[Arpad Pusztai, Ph.D.] I think that's right. You see, lectins, because they are communicating with the cells, or some lectins, based on selection, can actually be insecticidal. So they go for insects. I'll give you the best example. All the Bt toxins, these bacillus thuringiensis toxins, the so-called "Cry" proteins by Monsanto and others, which are put into corn and other such things such as cotton, they transfer the gene of the bacillus thuringiensis, one of the bacillus thuringiensis's toxins, and that reacts with the insects' guts. The reaction is very harmful for the insect.
[Patrick Timpone] And they genetically modify this into the corn, or the cotton, or something?
[Arpad Pusztai, Ph.D.] Yes, yes. That's it. And this is probably one of the best-known examples. But they never talk about it that these are actually lectins. And there is very good evidence for it, published evidence, to show that -- you see, with lectins, because it's a sugar-protein interaction, if you know which sugar the lectin interacts with, then if you put the same sugar in, a very large amount, it will stop the interaction. You're sort of just diluting out the interaction. So there are very good examples described in the literature. In fact, that reaction between, let's say, the corn expressing one of the Bt toxins, the bacillus thuringiensis system toxin, if you know which particular sugar it is reacting with, if you in sort of an artificial system you put in a lot of the same sugar, this time it's not on the cell but in a sort of solution, then the lectin, instead of going for the sugar on the cell's surface, the insect gut cell surface, it will be made harmless. Or not harmless, but certainly less effective, by putting in the very same sugar in in a very large amount. So this is all coming from the lectins. And for us scientists, this is an important thing, because we have to understand what is going on.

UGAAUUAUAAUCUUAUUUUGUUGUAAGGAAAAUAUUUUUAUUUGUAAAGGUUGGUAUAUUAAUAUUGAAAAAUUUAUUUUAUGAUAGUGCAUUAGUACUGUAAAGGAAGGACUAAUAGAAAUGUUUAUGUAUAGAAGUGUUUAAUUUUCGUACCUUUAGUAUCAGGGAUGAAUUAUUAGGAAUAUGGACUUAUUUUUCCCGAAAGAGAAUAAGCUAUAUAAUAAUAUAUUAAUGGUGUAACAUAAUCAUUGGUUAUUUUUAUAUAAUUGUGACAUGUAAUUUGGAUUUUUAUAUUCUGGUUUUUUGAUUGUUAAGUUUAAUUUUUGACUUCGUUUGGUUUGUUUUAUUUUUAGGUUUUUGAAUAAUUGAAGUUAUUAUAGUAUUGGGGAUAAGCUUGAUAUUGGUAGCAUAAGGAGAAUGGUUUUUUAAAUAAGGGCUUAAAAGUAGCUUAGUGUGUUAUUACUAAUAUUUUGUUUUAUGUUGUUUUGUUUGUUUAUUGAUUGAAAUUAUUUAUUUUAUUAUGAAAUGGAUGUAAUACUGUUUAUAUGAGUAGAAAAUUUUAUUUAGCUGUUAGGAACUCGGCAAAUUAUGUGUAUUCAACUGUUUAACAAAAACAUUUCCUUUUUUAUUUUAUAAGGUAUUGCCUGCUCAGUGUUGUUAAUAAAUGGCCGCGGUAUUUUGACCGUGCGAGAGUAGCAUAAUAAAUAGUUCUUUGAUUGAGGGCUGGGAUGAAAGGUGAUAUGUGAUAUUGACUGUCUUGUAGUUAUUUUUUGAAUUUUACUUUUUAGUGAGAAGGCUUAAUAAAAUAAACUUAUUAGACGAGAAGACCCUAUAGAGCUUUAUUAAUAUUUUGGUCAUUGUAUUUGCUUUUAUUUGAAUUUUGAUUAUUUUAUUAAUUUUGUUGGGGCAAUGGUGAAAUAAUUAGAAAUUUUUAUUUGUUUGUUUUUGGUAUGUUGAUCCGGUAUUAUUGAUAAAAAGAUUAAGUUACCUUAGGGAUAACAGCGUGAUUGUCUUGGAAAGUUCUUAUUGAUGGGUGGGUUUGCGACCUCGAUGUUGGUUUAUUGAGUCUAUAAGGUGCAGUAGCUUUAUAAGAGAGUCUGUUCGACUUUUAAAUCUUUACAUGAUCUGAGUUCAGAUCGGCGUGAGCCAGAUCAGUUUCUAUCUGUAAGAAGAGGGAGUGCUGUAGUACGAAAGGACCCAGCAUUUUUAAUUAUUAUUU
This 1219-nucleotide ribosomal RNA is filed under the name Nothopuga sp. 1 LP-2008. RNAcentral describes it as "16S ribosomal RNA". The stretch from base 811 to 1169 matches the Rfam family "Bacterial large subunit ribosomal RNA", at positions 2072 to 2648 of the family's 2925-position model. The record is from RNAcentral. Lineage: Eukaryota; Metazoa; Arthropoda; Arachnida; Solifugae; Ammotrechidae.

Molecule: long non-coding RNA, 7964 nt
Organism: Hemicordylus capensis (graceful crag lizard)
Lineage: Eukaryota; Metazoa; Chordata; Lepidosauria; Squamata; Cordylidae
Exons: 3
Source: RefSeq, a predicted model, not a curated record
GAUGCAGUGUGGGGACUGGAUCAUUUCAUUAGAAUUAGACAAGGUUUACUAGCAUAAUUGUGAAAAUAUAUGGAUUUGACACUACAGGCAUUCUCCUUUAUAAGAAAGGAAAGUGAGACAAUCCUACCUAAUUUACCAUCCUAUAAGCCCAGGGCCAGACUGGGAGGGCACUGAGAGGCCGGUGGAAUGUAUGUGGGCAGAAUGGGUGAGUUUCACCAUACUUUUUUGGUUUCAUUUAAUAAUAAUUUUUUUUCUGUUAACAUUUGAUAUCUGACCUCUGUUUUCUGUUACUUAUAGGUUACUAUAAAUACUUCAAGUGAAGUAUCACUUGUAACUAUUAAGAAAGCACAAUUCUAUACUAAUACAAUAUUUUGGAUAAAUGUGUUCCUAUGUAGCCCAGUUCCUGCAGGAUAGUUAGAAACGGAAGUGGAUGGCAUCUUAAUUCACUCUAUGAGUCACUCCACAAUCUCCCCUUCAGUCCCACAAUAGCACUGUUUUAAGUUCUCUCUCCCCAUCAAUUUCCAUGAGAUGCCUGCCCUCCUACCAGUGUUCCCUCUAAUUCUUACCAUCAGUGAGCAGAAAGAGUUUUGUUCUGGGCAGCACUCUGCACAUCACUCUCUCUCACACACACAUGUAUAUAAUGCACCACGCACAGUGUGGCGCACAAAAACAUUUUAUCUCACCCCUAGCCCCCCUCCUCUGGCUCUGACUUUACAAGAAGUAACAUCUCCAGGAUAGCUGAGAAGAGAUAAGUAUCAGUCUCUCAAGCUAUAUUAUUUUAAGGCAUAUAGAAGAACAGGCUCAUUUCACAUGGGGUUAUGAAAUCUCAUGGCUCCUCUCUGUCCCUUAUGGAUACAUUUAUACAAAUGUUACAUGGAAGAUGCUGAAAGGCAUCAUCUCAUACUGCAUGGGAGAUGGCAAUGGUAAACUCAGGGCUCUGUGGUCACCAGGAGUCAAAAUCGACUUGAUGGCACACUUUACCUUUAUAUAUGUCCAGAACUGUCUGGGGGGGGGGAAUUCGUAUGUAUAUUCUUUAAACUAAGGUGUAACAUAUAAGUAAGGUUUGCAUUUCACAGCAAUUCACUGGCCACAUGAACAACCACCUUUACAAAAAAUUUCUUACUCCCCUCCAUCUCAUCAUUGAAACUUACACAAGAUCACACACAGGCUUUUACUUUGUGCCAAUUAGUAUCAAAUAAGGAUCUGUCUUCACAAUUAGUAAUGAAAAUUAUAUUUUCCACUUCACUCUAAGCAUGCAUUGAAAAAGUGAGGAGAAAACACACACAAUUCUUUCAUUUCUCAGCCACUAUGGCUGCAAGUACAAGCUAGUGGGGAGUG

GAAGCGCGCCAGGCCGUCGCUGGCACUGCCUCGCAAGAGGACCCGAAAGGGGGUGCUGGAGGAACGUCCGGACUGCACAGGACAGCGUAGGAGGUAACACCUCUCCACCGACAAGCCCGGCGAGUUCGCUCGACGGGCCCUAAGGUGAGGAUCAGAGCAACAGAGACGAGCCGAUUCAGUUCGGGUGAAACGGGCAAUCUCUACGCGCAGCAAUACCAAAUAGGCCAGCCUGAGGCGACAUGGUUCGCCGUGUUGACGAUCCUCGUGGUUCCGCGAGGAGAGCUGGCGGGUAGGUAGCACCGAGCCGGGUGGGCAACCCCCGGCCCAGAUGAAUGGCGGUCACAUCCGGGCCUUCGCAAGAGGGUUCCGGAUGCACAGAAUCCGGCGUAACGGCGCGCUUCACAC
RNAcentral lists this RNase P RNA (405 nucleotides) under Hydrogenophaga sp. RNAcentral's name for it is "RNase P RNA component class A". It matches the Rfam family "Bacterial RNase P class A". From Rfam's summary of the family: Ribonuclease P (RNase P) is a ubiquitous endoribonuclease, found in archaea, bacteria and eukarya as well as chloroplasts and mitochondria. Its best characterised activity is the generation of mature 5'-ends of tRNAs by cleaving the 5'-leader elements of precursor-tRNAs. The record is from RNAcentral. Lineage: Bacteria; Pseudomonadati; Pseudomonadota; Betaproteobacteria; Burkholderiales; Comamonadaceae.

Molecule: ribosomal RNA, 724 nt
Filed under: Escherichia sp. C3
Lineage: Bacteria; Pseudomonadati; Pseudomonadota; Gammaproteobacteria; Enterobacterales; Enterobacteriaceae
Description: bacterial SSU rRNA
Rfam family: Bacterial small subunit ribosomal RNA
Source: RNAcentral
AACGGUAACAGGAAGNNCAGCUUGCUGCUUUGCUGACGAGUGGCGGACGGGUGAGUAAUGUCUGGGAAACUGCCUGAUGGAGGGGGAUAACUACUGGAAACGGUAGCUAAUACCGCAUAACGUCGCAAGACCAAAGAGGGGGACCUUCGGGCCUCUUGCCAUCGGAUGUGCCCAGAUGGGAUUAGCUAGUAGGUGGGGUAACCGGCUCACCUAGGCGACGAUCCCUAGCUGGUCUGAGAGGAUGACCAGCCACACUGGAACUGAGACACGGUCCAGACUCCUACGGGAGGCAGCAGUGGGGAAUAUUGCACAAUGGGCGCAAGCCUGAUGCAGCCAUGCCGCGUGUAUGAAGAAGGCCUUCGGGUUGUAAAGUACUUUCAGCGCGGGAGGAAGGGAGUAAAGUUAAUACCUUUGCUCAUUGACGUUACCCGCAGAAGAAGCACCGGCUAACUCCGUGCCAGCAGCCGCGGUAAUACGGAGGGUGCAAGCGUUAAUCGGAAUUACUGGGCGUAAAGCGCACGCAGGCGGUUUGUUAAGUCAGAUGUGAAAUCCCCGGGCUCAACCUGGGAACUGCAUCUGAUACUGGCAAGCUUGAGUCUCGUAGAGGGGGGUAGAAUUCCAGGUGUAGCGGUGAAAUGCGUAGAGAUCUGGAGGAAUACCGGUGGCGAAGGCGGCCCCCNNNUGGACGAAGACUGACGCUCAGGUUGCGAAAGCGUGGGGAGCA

[Patrick Timpone] Well, I'd like to understand what you've just explained. Excuse me for interrupting, sir. Alright, so let's see what I heard you say. So these Bt toxins they put into the corn with the idea that they will kill the insects that eat the corn, are actually lectins.
[Arpad Pusztai, Ph.D.] Yes.
[Patrick Timpone] And these lectins then can react to the same type of lectins in the corn, and make the whole process not work right?
[Arpad Pusztai, Ph.D.] No. What happens is that the insect gut will display this particular sugar, and you can test this out in advance so you know which particular bacillus thuringiensis toxin we ought to put into the corn in order to react to the insect gut surface and damage it. So from a point of view of scientific experimentation, then you can put sugars into the same system -- it's not a practical thing, please don't misunderstand it -- we scientists try to explain things, because once we explain it, once we know what is the reaction mechanism, we can take measures that will either reinforce it or stop it. So this is one of the experiments which you can do that has no practical application.
[Patrick Timpone] Yes, I understand.
[Arpad Pusztai, Ph.D.] If at the same time when you are putting in the Bt toxin, together with the Bt toxin you are putting in all the sugars which it would have reacted with on the surface of the insect gut, if you put it in in a very large amount, it just sort of dilutes out the effect. And that lectin, the bacillus thuringiensis toxin, would in fact react with the sugar. It would be saturating, so that it would have no effective interaction with the one on the surface of the insect gut.
[Patrick Timpone] Why is that significant?
[Arpad Pusztai, Ph.D.] It is significant because then we know that the specificity -- you know, they are always talking about the various Bt toxins -- there are several of them -- they seem to be claiming selectivity for a particular insect. So they say, for example, that the Monsanto 810 will only react fairly selectively with the European corn borer. That is the basis for this that all insect guts are not the same. Just like our guts are not all the same. So if you find the appropriate lectin toxin, then you can just selectively go for that particular insect.
[Patrick Timpone] I see. That's the premise of their product?
[Arpad Pusztai, Ph.D.] Yes. So for us it's important to understand this, because we obviously don't want to have anything that will use a steamhammer approach of, you know, hitting everything.
[Patrick Timpone] So, let's see if we understand. So Monsanto says that this Bt toxin 810 is specific to this European corn borer, for example, and it won't hurt anything else, or react with anything else, and this is the way we created it. And you're suggesting that your research shows that that's not the case?